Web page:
Edited by Liz CA, 11 August 2017 - 06:13 PM.

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#15 Quill

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Posted 11 August 2017 - 06:22 PM

What I don't know is how filling out the FAFSA works if the student is under 25(i think it is?) if the parents are begrudging about college. I wasn't sure from the OP if the parents are standing in the way of her going to college or if they are simply ignorant of the process and low income.
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#16 Minniewannabe

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Posted 11 August 2017 - 06:28 PM

Just some random thoughts. Definitely I am not an expert since I seem to always pay full price for college 🤔.

1. The degree should make a difference in her path. Some, for example, like medical school frown on junior colleges.

2. Cleps, etc. can actually hurt a college GPA in the long run if students do not get a chance to put that "A" on a course they clepped out on.

3. Many companies still contribute to college coursework. She needs to consider a working for a company which offers this benefit. (The one time I did not pay for college.)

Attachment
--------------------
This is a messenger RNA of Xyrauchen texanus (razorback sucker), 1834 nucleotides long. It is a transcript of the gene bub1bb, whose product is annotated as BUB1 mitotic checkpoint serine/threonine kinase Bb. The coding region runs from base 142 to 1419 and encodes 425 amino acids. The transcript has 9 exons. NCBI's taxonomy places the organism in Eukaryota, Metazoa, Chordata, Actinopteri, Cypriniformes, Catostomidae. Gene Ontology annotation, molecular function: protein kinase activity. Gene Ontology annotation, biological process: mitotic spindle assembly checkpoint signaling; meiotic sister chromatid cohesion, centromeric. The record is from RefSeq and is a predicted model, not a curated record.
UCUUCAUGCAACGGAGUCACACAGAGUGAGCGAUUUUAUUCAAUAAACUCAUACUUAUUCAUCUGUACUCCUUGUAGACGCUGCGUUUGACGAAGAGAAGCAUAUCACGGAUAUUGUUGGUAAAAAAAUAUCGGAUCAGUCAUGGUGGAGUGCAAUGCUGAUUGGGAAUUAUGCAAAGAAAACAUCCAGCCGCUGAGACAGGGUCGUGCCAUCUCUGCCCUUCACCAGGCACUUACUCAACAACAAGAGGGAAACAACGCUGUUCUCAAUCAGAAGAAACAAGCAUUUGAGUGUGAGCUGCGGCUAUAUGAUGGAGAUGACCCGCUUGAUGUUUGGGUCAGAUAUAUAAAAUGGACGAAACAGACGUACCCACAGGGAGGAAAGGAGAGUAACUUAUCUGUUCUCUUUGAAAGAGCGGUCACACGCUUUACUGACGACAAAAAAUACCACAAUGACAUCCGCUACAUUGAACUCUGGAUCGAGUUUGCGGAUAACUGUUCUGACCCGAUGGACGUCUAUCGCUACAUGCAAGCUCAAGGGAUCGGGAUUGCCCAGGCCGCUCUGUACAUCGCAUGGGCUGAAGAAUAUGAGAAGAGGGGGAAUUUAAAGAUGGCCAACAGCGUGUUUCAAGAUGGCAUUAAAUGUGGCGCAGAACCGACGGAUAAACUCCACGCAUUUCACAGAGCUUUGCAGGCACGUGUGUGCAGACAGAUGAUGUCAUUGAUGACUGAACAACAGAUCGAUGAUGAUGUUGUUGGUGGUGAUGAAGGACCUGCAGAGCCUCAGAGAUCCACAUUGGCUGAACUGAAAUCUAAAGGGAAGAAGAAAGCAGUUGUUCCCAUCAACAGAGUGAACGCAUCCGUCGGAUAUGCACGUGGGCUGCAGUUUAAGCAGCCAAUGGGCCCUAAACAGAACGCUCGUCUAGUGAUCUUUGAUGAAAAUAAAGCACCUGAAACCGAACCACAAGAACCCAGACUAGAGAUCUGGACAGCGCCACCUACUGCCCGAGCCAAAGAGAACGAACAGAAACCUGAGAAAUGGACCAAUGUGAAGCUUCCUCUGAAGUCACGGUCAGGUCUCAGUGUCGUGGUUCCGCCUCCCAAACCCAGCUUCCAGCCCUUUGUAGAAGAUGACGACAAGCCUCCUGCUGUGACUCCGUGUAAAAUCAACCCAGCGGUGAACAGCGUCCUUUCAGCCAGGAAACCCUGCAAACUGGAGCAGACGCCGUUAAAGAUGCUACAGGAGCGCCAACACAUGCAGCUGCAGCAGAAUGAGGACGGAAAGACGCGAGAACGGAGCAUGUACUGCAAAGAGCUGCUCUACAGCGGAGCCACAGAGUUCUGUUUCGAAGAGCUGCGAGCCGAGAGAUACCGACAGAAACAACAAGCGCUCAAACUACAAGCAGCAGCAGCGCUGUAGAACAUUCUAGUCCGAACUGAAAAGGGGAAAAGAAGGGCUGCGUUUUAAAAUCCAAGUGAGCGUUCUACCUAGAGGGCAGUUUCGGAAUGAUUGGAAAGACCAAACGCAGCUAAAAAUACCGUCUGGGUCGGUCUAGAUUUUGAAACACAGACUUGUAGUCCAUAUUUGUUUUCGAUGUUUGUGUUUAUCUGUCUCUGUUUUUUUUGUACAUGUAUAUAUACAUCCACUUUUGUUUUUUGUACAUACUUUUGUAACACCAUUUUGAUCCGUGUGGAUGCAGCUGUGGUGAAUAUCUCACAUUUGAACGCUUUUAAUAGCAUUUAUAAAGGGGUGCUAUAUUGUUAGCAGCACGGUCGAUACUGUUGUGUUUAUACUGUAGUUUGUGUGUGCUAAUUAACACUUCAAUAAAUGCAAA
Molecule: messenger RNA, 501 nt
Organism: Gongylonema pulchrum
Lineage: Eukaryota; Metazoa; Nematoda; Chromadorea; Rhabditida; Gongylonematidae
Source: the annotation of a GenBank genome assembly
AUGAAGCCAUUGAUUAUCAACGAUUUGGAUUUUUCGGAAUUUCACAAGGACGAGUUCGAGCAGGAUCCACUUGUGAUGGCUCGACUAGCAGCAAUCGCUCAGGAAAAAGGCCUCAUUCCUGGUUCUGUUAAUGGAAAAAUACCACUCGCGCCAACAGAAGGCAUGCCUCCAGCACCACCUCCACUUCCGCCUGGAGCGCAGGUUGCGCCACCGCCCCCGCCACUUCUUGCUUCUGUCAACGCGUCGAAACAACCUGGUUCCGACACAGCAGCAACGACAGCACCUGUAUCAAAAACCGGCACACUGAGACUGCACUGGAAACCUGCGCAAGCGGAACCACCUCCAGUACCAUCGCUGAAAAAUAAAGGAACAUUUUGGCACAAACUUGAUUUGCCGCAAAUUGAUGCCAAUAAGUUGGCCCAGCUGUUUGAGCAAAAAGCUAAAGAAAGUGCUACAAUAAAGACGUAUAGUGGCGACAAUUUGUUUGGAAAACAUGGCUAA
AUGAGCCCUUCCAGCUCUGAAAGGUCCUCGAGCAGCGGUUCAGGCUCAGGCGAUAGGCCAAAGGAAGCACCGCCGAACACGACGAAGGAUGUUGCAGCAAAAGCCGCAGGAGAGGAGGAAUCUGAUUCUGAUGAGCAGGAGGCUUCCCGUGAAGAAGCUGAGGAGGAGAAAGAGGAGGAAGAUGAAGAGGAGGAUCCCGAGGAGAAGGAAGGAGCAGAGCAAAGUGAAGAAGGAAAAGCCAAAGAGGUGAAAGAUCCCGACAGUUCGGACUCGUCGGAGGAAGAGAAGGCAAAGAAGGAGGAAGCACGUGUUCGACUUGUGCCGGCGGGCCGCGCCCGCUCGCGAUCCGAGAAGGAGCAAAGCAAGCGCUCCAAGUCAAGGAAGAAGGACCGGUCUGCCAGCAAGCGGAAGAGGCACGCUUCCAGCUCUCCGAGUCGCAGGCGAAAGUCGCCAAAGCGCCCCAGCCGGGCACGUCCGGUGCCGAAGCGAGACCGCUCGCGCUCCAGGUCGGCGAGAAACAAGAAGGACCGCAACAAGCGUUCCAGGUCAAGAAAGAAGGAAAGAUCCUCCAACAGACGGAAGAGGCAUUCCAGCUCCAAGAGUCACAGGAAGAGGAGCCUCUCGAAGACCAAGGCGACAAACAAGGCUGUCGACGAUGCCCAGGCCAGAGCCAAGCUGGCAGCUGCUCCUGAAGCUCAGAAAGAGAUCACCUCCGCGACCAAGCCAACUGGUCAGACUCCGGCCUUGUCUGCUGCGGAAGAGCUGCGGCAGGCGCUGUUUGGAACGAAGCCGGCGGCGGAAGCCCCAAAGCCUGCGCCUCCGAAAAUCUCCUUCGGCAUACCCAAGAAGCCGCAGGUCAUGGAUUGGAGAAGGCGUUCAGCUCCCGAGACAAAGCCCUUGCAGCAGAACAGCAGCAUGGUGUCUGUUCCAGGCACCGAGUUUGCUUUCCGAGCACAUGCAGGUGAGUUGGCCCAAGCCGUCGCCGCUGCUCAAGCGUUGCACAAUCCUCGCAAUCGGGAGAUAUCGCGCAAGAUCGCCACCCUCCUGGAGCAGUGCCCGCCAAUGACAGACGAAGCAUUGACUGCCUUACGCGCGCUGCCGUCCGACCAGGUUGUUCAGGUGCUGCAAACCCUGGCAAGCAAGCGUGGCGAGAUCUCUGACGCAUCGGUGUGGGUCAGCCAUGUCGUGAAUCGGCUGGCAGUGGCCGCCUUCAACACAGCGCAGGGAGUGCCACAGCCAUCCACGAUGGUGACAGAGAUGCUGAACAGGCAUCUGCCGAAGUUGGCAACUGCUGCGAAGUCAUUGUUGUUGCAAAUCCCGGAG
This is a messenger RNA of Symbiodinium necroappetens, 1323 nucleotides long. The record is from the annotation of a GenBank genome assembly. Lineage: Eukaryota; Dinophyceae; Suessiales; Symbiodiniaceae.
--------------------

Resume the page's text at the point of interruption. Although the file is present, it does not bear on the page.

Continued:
4. Consider cheap housing options like RVs rather than conventional student housing.

5. Consider online programs. This seems to be the wave of the future anyway. Many times one can save money. Colleges that offer both online and on campus may make better financial sense over a 4 or 5 year period.

6. Try to nail down career goals. Changing degrees midstream can be expensive.

7. Surf the internet for scholarships.

8. If she has a company she really wants to go for, be bold. Walk up to Human Resources and see if they will pay for college in exchange for a future employment contract.

That's it on my out of the box ideas.
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#17 Katy

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Posted 11 August 2017 - 06:30 PM

What I don't know is how filling out the FAFSA works if the student is under 25(i think it is?) if the parents are begrudging about college. I wasn't sure from the OP if the parents are standing in the way of her going to college or if they are simply ignorant of the process and low income.

 

She can get emancipated from them, but would probably have to hire a lawyer.



#18 AngieW in Texas

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Posted 11 August 2017 - 06:51 PM

Students are not considered independent until they are 25yo or are married or have a child or are in the military or in graduate school. Up until then, they will need parent financial information for the FAFSA from both parents, even if they are not involved in her life at all and refuse to contribute a single penny.